Global Investment and Enterprise Scene Today

 Public policy, in any country, is influenced by global developments, so are public programmes. And understanding of this emerging scene is critical for policy making in India today. A dynamic mix of re-shorting, intra-regional trade and  hubanomics, form the emerging global business model today. Large knowledge companies like Google, Apple, Facebook and Amazon have created a technology wave competitive landscape, which forms the next evolution of the industrial revolution.

India’s industralisation perspective, since independence, has been focused on a two-pronged approach: (1) providing employment opportunities; and (2) taking such opportunities, to the extent possible,to the villages, as a regional development tool. This kind of an approach has significantly contributed to the growth of a large number of semi-urban centres that
provides a significant space of MSMEs in the country.

‘Make in India’ is a highly visible national campaign-mode initiative which needs to be translated into action at two levels: First, there is need for attracting large foreign and domestic investments.Secondly, these large enterprises also need MSMEs for subcontracting linkages and service delivery. It is important to have a prior knowledge of the MSMEs and their
capabilities, in order to foster such linkages.

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Challenges and Opportunities

There are both vertical and horizontal problems. On the one hand, the aspirations of the people at the local level are a mix of co-operation and conflict. While some of the aspirations such as local infrastructure are less prone to conflicts, in the case of most of the goods and services produced, there is a conflict of interests. Therefore, the term ‘development’ in the local context, cannot be a ‘one-stitch-for all’. This demands a new approach to defining and practicing ‘development’ is to ensure and maximize human welfare. Even the concept of
‘welfare’ is not a uniform pack. Therefore,it is necessary to have concrete steps on the following lines: (1) Placing man at the centre stage of ‘development’; and (2) Defining ‘welfare’ in relation to some bottom- line criteria.

Considering the emerging complexities of the economy, there is need for an integrated development approach on MSMEs. The various opportunities and critical constraints need to be pin-jointed. New research and evidences should lead to a review and restatement of existing policies, with a thrust on the following:

Political and Administrative Powers: Under the 56th amendment of the constitution, village and small scale industries is a subject of the local governments. In India’s bottom-heavy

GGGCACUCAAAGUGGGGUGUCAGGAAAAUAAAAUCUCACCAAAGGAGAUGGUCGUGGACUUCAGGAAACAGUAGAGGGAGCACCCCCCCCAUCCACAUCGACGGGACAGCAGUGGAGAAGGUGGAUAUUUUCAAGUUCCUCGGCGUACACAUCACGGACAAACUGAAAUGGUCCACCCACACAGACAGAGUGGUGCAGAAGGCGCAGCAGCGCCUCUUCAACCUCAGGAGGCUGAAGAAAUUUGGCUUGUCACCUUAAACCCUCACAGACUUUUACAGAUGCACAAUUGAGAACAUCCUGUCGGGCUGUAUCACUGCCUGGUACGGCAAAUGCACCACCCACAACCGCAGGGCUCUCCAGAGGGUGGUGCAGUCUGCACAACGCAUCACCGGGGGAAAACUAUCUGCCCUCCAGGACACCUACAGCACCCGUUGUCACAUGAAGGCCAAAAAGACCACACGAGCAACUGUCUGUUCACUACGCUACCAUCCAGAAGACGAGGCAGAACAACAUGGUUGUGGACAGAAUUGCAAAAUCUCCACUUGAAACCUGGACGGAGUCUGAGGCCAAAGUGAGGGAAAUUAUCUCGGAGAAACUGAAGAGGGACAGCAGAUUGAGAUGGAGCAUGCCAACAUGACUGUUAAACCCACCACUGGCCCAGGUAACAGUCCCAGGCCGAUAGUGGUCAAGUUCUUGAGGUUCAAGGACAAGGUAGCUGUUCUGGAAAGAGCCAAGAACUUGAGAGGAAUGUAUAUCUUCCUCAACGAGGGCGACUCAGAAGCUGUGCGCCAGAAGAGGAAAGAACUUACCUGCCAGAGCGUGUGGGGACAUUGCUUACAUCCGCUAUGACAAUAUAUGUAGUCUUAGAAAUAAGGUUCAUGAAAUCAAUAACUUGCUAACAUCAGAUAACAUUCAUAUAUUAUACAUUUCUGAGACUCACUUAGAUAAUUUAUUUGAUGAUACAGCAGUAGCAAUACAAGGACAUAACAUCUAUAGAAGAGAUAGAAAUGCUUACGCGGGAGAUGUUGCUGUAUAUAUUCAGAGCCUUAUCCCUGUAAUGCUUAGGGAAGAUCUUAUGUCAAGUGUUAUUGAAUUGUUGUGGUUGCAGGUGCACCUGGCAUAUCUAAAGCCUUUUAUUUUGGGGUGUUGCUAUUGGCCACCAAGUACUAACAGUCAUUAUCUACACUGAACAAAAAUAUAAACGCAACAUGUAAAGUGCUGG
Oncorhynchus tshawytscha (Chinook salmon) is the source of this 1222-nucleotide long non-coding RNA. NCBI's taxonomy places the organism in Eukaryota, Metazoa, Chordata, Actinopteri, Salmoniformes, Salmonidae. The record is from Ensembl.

industrial structure, a large number of small and tiny enterprises often located in small towns and villages, contribute to the small enterprise output of the country. This also implies that the breeding of entrepreneurship and shaping of entrepreneurship resources in the country is a local phenomenon. However, paradoxical enough, the local government are either ignorant, or are reluctant to exercise their powers; or that these powers are usurped by the higher tires of the government.

Capabilities: It is also important to understand, whether these lower tiers of government, and their administrative machinery are objectively, capable of exercising such powers. In the case of local economic development programs, and especially enterprise development programs, the current state of these capabilities need to be examined. The component that is often missing is advisory services at various stages of planning and education of an entrepreneurial activity (which is today lacing both at the local and state level). By the term ‘capability’, the priority should go to such services, rather than the array of administrative tires from the district down to the Panchayat level. In fact, it is necessary to have a coordinating and hand holding mechanism at the level of local governments.

Resources: Under the existing formula of resource sharing between the state governments and the local governments, the necessary resources for coordinating several of the base level promotion activities relating to enterprise development are available with the local governments. While some of the promotional activities being performed by the District industries Centres today can be handed over to the local governments, the corresponding funds also should flow along with that. This will also help to equip the local governments with the necessary financial resources.

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